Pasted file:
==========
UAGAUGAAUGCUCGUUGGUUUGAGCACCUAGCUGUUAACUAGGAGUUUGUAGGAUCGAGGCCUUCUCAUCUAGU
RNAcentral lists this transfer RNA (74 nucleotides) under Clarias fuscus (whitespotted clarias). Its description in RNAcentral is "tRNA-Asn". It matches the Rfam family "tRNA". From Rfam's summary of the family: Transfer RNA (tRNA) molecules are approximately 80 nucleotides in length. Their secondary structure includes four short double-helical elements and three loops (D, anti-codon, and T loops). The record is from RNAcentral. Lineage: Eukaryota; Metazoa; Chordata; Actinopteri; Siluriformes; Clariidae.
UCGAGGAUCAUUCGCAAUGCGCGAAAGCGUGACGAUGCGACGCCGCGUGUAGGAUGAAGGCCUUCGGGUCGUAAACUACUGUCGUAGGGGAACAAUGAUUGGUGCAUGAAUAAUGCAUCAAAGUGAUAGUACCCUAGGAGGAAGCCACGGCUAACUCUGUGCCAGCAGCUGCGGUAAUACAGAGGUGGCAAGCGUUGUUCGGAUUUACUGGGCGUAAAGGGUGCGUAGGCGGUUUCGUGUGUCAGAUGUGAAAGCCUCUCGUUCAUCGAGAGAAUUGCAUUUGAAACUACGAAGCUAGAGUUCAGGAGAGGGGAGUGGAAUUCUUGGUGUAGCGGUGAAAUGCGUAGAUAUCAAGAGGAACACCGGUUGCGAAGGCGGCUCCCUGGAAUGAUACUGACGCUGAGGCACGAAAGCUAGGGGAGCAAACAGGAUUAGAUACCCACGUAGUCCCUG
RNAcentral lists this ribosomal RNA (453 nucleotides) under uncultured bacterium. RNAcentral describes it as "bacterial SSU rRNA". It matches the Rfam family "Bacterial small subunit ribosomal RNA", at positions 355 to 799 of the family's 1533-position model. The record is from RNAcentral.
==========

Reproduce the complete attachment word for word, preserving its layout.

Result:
UAGAUGAAUGCUCGUUGGUUUGAGCACCUAGCUGUUAACUAGGAGUUUGUAGGAUCGAGGCCUUCUCAUCUAGU
RNAcentral lists this transfer RNA (74 nucleotides) under Clarias fuscus (whitespotted clarias). Its description in RNAcentral is "tRNA-Asn". It matches the Rfam family "tRNA". From Rfam's summary of the family: Transfer RNA (tRNA) molecules are approximately 80 nucleotides in length. Their secondary structure includes four short double-helical elements and three loops (D, anti-codon, and T loops). The record is from RNAcentral. Lineage: Eukaryota; Metazoa; Chordata; Actinopteri; Siluriformes; Clariidae.
UCGAGGAUCAUUCGCAAUGCGCGAAAGCGUGACGAUGCGACGCCGCGUGUAGGAUGAAGGCCUUCGGGUCGUAAACUACUGUCGUAGGGGAACAAUGAUUGGUGCAUGAAUAAUGCAUCAAAGUGAUAGUACCCUAGGAGGAAGCCACGGCUAACUCUGUGCCAGCAGCUGCGGUAAUACAGAGGUGGCAAGCGUUGUUCGGAUUUACUGGGCGUAAAGGGUGCGUAGGCGGUUUCGUGUGUCAGAUGUGAAAGCCUCUCGUUCAUCGAGAGAAUUGCAUUUGAAACUACGAAGCUAGAGUUCAGGAGAGGGGAGUGGAAUUCUUGGUGUAGCGGUGAAAUGCGUAGAUAUCAAGAGGAACACCGGUUGCGAAGGCGGCUCCCUGGAAUGAUACUGACGCUGAGGCACGAAAGCUAGGGGAGCAAACAGGAUUAGAUACCCACGUAGUCCCUG
RNAcentral lists this ribosomal RNA (453 nucleotides) under uncultured bacterium. RNAcentral describes it as "bacterial SSU rRNA". It matches the Rfam family "Bacterial small subunit ribosomal RNA", at positions 355 to 799 of the family's 1533-position model. The record is from RNAcentral.